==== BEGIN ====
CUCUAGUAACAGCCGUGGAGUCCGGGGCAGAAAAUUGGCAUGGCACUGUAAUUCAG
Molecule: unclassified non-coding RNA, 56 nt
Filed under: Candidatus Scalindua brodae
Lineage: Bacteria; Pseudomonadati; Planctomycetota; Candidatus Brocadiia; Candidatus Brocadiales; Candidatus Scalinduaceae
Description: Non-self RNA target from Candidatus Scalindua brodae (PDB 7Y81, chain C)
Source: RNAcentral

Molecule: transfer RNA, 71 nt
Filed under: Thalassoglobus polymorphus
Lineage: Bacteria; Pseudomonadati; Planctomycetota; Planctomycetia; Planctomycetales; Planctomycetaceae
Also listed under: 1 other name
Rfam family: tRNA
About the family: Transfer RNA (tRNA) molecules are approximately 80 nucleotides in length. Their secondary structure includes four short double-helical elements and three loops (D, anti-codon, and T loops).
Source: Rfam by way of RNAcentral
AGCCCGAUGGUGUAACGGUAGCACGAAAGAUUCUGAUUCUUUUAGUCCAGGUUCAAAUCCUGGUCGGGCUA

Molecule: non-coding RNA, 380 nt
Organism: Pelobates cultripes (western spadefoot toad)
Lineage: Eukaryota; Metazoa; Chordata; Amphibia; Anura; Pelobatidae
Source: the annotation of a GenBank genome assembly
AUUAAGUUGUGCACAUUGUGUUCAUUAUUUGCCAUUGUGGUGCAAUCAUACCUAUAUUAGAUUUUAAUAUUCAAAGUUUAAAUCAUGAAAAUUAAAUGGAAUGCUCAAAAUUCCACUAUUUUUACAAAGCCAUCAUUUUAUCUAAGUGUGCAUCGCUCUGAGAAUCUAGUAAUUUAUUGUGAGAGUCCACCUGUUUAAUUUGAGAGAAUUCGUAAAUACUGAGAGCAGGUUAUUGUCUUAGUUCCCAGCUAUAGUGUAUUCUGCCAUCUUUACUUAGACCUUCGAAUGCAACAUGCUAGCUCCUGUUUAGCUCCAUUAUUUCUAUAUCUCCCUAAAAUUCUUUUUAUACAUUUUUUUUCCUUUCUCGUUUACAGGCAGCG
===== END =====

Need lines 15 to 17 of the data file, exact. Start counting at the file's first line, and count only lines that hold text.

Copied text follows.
Molecule: non-coding RNA, 380 nt
Organism: Pelobates cultripes (western spadefoot toad)
Lineage: Eukaryota; Metazoa; Chordata; Amphibia; Anura; Pelobatidae